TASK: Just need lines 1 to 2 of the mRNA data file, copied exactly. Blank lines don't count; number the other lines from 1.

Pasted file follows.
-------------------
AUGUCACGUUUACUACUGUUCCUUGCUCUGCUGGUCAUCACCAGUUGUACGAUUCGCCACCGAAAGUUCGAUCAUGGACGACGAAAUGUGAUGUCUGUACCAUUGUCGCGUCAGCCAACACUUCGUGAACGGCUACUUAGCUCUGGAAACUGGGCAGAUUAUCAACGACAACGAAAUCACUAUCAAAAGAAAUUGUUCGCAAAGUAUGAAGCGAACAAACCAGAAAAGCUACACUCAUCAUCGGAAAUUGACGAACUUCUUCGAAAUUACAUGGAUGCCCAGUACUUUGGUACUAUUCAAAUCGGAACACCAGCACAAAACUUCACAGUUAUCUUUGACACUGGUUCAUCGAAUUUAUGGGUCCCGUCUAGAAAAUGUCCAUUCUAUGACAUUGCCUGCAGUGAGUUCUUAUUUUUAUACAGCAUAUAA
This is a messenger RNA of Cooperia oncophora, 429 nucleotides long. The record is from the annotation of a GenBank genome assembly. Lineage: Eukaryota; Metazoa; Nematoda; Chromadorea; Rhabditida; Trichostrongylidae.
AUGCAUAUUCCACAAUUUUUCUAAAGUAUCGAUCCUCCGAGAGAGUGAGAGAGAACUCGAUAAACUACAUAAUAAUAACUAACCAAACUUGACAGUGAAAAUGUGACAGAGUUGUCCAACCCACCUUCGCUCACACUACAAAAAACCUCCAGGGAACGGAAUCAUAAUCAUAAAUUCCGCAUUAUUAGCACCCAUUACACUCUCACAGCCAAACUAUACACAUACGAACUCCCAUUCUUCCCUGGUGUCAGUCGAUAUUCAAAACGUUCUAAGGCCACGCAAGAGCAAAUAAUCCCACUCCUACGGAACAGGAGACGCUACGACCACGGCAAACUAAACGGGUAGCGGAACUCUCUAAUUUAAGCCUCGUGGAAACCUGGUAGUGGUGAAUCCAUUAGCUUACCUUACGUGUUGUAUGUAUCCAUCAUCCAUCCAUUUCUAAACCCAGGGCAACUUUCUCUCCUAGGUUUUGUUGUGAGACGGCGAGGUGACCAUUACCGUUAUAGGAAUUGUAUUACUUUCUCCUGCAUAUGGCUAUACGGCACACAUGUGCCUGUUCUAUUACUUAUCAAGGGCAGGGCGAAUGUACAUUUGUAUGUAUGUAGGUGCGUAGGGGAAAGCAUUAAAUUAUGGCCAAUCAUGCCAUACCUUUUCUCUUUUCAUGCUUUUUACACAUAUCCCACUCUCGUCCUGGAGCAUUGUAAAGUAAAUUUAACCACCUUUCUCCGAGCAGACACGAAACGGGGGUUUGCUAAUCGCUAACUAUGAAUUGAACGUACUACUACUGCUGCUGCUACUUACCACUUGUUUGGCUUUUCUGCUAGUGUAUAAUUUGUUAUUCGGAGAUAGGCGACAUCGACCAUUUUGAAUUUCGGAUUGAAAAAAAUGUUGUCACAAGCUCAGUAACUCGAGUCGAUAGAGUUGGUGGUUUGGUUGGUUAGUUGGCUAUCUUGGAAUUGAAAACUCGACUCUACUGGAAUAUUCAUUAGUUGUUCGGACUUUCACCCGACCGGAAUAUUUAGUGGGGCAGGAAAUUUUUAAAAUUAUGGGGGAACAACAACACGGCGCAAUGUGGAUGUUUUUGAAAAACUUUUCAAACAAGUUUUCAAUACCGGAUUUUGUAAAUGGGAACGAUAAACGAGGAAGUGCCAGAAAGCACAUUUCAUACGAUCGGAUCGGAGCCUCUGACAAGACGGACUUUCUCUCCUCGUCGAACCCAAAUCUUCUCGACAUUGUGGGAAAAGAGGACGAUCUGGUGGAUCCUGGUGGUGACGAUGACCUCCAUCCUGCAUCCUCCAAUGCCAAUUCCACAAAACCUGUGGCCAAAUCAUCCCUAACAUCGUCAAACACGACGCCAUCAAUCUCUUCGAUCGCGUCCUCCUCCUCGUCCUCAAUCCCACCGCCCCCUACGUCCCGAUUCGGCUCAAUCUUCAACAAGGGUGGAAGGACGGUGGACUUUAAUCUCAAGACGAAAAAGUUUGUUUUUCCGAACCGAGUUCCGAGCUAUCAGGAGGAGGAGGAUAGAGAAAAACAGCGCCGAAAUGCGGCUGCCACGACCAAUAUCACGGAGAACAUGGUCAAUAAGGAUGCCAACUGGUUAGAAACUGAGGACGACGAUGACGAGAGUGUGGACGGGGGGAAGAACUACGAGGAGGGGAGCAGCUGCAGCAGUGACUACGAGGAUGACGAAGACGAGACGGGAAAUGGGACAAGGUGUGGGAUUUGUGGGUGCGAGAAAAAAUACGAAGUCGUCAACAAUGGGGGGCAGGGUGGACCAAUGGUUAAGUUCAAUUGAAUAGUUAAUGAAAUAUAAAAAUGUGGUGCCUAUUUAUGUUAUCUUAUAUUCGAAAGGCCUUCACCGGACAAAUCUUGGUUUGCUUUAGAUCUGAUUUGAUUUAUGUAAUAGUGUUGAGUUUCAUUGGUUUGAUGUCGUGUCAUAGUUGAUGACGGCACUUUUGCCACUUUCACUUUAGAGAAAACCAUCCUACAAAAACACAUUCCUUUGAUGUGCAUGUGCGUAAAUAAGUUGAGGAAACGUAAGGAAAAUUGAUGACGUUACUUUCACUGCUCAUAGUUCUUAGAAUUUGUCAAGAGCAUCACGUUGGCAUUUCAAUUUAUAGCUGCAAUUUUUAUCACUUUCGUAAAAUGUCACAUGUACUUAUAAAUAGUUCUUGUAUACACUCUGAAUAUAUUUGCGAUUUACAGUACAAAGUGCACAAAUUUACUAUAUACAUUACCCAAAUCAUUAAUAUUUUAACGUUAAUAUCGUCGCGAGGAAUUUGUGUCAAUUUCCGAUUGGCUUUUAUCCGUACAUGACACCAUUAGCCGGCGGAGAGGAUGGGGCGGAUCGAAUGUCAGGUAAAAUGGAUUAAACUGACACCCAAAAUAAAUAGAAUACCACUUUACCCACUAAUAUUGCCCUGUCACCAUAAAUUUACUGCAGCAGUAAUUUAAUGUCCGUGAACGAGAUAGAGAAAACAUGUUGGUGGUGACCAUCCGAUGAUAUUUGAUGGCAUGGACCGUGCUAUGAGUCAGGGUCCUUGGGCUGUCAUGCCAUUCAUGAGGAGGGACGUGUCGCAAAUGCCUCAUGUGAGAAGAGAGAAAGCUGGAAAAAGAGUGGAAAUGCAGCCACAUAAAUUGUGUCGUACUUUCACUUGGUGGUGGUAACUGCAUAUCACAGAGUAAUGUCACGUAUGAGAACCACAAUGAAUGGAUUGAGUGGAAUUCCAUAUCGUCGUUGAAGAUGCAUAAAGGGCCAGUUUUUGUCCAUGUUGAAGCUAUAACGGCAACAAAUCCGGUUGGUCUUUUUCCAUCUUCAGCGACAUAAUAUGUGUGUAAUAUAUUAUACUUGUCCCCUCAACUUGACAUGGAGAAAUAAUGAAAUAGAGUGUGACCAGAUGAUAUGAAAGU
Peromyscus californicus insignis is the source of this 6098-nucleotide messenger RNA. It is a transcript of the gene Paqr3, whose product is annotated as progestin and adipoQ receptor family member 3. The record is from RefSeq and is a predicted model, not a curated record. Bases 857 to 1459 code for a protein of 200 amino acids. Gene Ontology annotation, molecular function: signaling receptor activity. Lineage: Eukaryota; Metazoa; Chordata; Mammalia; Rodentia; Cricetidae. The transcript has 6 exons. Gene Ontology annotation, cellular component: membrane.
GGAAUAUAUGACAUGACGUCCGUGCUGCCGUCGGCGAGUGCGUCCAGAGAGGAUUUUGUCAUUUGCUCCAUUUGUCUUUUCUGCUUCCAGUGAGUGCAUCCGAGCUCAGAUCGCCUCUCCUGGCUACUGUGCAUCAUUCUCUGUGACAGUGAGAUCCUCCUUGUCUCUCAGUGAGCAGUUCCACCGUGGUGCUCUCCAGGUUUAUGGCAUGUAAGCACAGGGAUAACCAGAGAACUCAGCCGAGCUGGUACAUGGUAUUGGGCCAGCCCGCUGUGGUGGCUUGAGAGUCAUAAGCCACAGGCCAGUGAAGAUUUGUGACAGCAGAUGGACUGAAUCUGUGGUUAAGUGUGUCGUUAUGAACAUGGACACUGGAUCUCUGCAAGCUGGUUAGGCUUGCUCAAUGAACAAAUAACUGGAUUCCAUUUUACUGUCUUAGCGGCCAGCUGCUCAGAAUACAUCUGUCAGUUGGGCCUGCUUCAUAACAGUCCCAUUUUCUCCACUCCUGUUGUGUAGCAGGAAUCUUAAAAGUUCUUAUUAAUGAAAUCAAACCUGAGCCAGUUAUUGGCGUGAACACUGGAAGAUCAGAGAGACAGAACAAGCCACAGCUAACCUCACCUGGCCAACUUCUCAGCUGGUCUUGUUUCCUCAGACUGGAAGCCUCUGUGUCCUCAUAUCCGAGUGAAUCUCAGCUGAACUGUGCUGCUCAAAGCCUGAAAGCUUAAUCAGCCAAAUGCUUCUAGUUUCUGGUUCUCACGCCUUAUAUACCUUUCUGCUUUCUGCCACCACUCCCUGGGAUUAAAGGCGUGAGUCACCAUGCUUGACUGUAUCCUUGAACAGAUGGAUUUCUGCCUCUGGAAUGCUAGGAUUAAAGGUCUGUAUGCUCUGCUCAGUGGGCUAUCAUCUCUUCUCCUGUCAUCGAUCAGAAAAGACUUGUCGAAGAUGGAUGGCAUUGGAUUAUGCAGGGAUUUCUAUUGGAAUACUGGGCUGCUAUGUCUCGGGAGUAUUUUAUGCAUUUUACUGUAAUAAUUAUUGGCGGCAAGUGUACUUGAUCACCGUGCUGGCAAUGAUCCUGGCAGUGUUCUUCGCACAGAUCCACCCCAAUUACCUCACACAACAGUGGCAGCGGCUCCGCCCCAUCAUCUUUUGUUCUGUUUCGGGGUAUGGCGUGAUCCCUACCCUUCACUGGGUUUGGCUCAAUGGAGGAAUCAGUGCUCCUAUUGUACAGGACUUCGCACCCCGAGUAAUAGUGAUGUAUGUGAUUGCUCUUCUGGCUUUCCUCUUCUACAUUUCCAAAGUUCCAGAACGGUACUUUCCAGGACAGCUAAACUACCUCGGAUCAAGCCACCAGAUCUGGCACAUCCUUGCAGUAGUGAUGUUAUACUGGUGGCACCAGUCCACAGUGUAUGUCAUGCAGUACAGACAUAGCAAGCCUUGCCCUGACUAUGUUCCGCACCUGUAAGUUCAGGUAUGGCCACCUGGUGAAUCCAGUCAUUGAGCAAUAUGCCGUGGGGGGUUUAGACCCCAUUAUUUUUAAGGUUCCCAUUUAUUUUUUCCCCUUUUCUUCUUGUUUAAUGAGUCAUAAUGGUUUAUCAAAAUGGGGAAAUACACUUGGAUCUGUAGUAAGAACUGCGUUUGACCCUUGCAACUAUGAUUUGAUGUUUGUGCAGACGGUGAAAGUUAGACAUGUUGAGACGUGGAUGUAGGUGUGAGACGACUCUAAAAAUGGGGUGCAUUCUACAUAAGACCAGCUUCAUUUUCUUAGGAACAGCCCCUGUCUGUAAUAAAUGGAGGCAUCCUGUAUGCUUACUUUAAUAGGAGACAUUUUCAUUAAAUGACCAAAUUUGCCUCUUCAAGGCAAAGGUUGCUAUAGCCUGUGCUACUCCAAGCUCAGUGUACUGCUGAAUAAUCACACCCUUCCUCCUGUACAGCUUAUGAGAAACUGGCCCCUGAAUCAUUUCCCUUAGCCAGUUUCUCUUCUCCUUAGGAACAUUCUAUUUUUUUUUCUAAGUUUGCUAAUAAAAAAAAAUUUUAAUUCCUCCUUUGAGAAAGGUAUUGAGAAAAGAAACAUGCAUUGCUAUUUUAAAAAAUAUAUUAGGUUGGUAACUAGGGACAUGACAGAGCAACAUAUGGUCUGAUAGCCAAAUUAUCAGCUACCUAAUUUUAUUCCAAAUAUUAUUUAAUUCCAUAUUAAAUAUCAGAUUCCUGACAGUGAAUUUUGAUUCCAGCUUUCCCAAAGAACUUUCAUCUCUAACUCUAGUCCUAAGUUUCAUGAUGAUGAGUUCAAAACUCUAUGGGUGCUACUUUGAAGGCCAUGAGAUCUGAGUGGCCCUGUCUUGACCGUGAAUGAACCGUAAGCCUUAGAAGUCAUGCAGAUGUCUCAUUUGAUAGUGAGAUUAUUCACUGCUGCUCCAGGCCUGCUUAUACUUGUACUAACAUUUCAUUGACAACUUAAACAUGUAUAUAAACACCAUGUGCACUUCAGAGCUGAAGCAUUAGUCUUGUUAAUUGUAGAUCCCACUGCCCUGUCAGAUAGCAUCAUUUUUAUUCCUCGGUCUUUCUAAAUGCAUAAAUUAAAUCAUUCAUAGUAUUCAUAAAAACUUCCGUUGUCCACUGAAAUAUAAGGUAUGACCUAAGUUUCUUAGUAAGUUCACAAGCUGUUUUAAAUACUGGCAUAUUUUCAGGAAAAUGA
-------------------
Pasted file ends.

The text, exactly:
AUGUCACGUUUACUACUGUUCCUUGCUCUGCUGGUCAUCACCAGUUGUACGAUUCGCCACCGAAAGUUCGAUCAUGGACGACGAAAUGUGAUGUCUGUACCAUUGUCGCGUCAGCCAACACUUCGUGAACGGCUACUUAGCUCUGGAAACUGGGCAGAUUAUCAACGACAACGAAAUCACUAUCAAAAGAAAUUGUUCGCAAAGUAUGAAGCGAACAAACCAGAAAAGCUACACUCAUCAUCGGAAAUUGACGAACUUCUUCGAAAUUACAUGGAUGCCCAGUACUUUGGUACUAUUCAAAUCGGAACACCAGCACAAAACUUCACAGUUAUCUUUGACACUGGUUCAUCGAAUUUAUGGGUCCCGUCUAGAAAAUGUCCAUUCUAUGACAUUGCCUGCAGUGAGUUCUUAUUUUUAUACAGCAUAUAA
This is a messenger RNA of Cooperia oncophora, 429 nucleotides long. The record is from the annotation of a GenBank genome assembly. Lineage: Eukaryota; Metazoa; Nematoda; Chromadorea; Rhabditida; Trichostrongylidae.